When subscribers' email readers (programs) receive your text newsletter, they will
display it in all kinds of ways. Not only are there different programs, but each one
has several customization options.
One of the problems arising out of this diversity is line length. In extreme cases,
recipients will get one extremely long line for each paragraph, because their email
programs have not wrapped the lines (ended each line after a specified number of
characters and moved the text onto a new line). In other cases, the lines may be too
long for comfortable reading.
How do you deal with this? Opinions vary, again. Some publishers recommend you
hit the RETURN key at the end of each line (hard returns), to make sure the text
wraps. Others advocate setting a line length (65 characters or less) in the
Preferences section of your email program.
If you do use hard returns, use a fixed-space font like Courier or Monaco. That way
you can simply set your margins to an appropriate line length and hit the return key
at the end of each line. If you forget and use a variable-space font (like Arial or
Times), your readers will get all kinds of variations, since many of them will use
different fonts. You can also change your fonts back to something you like again
after putting in the hard returns.
Apostrophes and quotation marks: Many of us use these symbols liberally when we
write, and quite frankly they improve the reading process. But, be sure you use the
appropriate versions of these marks, which means using the straight foot and inch
symbols, rather than curled apostrophes and quotation marks.
If you don't do this, some of your readers will get a message in which all
apostrophes and quotation marks have disappeared. It will look like you don't know
how to spell, or worse. Overcome this problem by using the Find & Replace function
in your word processing program to make the changes quickly and easily.
And, it may seem obvious, but if you send out a text email newsletter, separate the
paragraphs with double returns. Don't try to use tabs or spaces to set off a new
paragraph - in many cases the formatting will go astray and your readers won't
know you're starting a new paragraph.
If your original document doesn't use double returns, you can change it over quickly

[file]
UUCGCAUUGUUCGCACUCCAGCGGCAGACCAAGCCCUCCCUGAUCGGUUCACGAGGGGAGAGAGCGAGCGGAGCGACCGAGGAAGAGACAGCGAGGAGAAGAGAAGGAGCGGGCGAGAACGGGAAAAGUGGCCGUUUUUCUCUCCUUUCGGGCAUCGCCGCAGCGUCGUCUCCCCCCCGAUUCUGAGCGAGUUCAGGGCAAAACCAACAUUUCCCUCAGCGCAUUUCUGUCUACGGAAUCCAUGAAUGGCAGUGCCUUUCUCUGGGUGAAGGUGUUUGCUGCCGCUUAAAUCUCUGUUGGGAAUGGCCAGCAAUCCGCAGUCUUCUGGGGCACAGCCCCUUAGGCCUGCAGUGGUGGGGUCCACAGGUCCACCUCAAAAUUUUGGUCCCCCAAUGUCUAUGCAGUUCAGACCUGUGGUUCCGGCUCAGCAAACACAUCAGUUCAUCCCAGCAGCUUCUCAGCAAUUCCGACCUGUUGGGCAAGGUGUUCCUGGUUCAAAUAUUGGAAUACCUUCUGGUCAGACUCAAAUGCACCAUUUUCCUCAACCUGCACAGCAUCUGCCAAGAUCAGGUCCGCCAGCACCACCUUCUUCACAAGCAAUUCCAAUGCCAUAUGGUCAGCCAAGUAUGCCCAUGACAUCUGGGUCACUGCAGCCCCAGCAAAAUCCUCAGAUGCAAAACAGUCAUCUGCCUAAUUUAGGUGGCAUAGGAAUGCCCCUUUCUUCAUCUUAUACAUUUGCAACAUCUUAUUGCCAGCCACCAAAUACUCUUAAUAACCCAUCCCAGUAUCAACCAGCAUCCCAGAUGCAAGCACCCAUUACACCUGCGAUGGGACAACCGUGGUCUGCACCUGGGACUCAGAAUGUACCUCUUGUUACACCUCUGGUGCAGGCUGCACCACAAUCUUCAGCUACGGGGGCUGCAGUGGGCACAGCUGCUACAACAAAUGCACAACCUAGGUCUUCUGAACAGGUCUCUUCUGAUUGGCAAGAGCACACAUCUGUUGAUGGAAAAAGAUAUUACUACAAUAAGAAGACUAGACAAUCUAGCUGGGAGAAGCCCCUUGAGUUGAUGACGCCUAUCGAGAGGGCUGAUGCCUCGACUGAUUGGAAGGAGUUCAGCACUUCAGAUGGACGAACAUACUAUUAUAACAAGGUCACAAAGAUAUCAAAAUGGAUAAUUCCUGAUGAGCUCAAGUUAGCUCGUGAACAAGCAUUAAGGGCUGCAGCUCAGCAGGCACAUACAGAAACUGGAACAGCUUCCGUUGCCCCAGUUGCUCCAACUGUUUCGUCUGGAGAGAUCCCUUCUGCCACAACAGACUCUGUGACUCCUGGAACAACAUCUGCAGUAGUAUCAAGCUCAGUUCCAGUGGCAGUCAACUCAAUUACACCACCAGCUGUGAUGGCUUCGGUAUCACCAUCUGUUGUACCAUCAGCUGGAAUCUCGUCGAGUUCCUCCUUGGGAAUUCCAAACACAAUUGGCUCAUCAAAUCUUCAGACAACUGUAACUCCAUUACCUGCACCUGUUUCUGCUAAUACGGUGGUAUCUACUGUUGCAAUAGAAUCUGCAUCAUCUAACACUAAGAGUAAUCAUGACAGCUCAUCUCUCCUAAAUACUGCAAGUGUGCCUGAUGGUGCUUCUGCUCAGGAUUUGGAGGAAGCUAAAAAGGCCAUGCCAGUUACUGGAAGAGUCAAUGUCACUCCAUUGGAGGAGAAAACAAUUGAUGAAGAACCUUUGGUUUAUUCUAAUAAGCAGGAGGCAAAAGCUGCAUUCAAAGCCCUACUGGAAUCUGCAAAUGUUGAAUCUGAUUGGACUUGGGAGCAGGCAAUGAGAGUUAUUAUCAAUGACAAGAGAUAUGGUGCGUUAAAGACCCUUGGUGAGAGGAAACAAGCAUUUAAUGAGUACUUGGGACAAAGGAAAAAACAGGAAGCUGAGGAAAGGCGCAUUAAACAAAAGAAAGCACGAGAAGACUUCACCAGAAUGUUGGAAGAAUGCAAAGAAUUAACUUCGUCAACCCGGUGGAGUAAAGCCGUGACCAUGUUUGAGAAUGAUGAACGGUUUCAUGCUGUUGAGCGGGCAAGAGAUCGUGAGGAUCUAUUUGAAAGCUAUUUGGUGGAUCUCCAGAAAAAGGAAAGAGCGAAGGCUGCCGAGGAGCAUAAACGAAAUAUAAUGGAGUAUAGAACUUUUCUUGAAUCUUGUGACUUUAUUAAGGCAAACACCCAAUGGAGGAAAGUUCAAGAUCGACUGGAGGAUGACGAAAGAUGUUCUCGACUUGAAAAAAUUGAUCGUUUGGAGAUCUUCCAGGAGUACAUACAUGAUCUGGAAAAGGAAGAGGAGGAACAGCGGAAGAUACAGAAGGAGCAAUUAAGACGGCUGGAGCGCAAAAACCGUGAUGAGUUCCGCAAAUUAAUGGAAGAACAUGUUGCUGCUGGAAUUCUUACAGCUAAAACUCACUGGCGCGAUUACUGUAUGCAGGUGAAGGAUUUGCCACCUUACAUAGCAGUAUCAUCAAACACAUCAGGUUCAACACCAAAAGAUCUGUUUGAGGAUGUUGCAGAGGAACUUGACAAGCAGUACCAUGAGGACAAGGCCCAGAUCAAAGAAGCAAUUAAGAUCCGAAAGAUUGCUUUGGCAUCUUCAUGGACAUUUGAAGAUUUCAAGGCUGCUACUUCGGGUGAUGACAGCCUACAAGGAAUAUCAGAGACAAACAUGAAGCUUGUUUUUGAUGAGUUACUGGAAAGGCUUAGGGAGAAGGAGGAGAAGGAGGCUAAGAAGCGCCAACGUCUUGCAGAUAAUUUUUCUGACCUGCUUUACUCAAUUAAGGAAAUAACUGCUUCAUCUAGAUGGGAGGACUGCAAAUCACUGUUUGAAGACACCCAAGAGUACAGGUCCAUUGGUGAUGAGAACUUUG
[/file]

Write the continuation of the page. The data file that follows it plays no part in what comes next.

and easily, using our old friend, the Find & Replace function in your word processing
program. Put one return symbol in the Find field, two in the Replace field, and hit
Change All (or whatever your program uses for these terms).
One thing you can generally ignore is the font or typeface (unless, as noted you're
setting line lengths). Many readers will set their email programs to display all text
messages in a font of their choosing, and likely won't see the font you use anyway.
After drafting your newsletter, email a copy to yourself before sending it to your list.
Even better, send it from one program and receive it with another. If you're like me,
you'll be surprised at the problems that pop out when you do this. Not only content,
but also formatting and links may look different, and you'll likely find errors that
were not at all obvious in the original version.
While we're on this subject, don't forget to test the links you place. Click on each
one to make sure it takes you where you want it to send your readers.
Summing up, be conscious of your formatting techniques when you create a text
newsletter. A little bit of extra attention will keep the text itself from getting in the
way of your message.
Robert F. Abbott, the author of A Manager's Guide to Newsletters: Communicating
for Results, writes and publishes Abbott's Communication Letter. Read more articles
about Internet communication, as well as email and printed newsletters at: http://